Few would deny that technology and social media are changing the way we interact. People today can stay in touch with friends on Facebook, share vacation photos on Instagram, follow trends on Twitter, grow their networks on LinkedIn, and explore communities on Reddit. And people are staying connected wherever they go. The Pew Research Center recently reported that the percentage of U.S. adults who own smartphones has nearly doubled from four years ago to 68%. For U.S. adults between the ages 18 and 49 the figure is over 80%.
In her new book, Reclaiming Conversation: the Power of Talk in the Digital Age, MIT professor Sherry Turkle examines how technology is eroding our ability to meaningfully connect with one another. She argues that technology’s presence disrupts our conversations in subtle ways, and in the process we lose out on opportunities for deeper human interaction. She cites experimental research showing that the mere presence of a smartphone on a table when people are talking decreases their feelings of empathy and the amount of personal information they share. Professor Turkle does not argue that we boycott our devices entirely—she describes herself as pro-technology. Instead, she suggests that we make space for genuine conversation, uninterrupted by our devices.
Professor Turkle is not alone in warning of technology’s impact on human interaction. Studies have examined the possible link between the use of Facebook or other social media and envy or depression. But others argue that concerns are exaggerated. Madeleine George and Candice Odgers of Duke University looked at the effects of social media on teens and found little evidence of a negative impact—other than a disruptive effect on sleeping habits. Clearly, researchers have yet to reach a consensus on the effects of social media. If we hope to realize the benefits of digital connectivity while avoiding its potential harms, more research will be necessary. This research presents its own concerns, however. Many will remember the debate about Facebook’s collaboration with researchers to study the effects of showing users more sad stories from their connections.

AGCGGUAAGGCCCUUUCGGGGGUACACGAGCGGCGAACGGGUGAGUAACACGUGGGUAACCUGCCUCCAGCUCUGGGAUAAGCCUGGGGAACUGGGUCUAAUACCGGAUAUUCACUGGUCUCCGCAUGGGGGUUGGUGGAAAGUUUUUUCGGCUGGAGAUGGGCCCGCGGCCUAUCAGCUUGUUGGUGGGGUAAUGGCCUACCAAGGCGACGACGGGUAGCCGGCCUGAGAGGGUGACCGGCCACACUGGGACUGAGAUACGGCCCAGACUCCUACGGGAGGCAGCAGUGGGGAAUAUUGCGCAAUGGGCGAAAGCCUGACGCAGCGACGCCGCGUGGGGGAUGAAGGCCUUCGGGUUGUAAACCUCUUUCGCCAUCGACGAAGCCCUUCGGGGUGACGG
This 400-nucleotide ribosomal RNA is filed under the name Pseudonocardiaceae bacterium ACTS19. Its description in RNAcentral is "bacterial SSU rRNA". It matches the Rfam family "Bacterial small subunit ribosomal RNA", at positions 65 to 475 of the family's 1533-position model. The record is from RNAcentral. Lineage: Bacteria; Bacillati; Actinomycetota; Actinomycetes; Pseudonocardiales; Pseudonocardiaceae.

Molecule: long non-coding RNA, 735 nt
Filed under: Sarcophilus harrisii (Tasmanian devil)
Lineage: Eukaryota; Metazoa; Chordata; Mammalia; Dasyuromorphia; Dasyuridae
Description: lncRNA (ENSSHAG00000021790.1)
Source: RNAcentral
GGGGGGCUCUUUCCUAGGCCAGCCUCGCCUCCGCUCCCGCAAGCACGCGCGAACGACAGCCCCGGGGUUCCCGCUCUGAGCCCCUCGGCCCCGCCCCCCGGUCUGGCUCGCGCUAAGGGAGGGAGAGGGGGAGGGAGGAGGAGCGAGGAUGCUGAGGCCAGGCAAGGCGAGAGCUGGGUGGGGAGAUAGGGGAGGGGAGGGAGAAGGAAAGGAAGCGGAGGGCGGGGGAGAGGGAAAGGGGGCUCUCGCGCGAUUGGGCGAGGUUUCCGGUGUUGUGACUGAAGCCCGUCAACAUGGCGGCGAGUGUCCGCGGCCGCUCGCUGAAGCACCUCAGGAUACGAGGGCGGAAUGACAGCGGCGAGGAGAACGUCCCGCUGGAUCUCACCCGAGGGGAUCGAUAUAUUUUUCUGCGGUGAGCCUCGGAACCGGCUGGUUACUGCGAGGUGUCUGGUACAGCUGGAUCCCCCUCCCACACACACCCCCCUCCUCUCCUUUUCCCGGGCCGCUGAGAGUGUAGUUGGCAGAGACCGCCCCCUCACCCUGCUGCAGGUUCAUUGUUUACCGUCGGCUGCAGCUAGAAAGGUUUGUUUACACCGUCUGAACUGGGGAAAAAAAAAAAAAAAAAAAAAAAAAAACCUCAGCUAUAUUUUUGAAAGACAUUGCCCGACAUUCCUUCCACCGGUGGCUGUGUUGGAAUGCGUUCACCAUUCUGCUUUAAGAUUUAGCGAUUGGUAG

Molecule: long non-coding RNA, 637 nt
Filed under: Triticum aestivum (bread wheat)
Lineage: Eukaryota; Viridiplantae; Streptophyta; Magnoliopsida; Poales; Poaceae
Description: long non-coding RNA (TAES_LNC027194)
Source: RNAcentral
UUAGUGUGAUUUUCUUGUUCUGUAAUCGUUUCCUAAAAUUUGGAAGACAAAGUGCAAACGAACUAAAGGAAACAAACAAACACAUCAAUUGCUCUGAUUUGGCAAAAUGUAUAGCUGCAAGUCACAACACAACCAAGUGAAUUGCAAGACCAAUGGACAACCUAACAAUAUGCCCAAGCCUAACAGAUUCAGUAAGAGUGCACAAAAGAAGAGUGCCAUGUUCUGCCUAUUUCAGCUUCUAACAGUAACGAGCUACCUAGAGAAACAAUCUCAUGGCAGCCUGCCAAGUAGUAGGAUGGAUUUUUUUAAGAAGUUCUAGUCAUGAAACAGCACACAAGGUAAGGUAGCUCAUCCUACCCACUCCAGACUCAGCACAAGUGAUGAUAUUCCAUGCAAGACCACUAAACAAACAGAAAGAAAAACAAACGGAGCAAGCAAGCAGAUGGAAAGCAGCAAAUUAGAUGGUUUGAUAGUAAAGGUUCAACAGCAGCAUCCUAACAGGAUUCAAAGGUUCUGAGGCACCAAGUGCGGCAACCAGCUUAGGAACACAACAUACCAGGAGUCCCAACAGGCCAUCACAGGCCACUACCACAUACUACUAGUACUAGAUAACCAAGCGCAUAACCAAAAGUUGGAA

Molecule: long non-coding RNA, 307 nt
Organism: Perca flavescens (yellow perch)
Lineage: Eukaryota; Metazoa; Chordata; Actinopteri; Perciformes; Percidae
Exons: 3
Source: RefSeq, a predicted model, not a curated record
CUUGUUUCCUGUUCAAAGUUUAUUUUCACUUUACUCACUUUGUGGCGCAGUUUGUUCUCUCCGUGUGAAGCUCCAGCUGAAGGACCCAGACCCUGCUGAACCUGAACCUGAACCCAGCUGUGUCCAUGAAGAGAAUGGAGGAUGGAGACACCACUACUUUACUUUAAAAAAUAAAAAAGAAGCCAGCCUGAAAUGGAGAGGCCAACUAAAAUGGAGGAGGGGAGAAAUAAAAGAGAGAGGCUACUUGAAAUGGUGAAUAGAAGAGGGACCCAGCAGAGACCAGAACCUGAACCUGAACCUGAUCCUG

But Facebook is not alone, as companies increasingly conduct data-driven research and consumer testing to tailor products and practices in the Internet’s crowded landscape. Such research could help us understand the impact of social media on its users and on society. At the same time, social media research often involves intimate details about people’s lives. Because companies need not follow federal standards governing human subjects experiments for internal research, this research has little ethical oversight and is rarely published. Thus, the ethical review that studies undergo is not clear and the findings they produce do not contribute to public knowledge.
To prevent unethical data research or experimentation, experts have proposed a range of solutions, including the creation of “consumer subject review boards,” formal privacy review boards, private IRBs, and other ethical processes implemented by individual companies. Organizations and researchers are increasingly encouraged to pursue internal or external review mechanisms to vet, approve and monitor data experimentation and research. However, many questions remain concerning the desirable structure of such review bodies as well as the content of ethical frameworks governing data use. In addition, considerable debate lingers around the proper role of consent in data research and analysis, particularly in an online context; and it is unclear how to apply basic principles of fairness to selective populations that are subject to research.
To address these challenges, the Future of Privacy Forum is hosting an invitation-only academic workshop supported by the National Science Foundation and the Alfred P. Sloan Foundation on Dec. 10, 2015, which will discuss ethical, legal, and technical guidance for organizations conducting research on personal information. Leading papers will also be selected for presentation at the workshop and for publication in the online edition of the Washington and Lee Law Review.
Sherry Turkle writes that we have “become accustomed to seeing life as something we can pause in order to document it, get another thread running in it, or hook it up to another feed.” Perhaps, with a way forward for meaningful research on social media and digital connectivity, we can decide whether the world Professor Turkle describes should be fought, navigated, or embraced.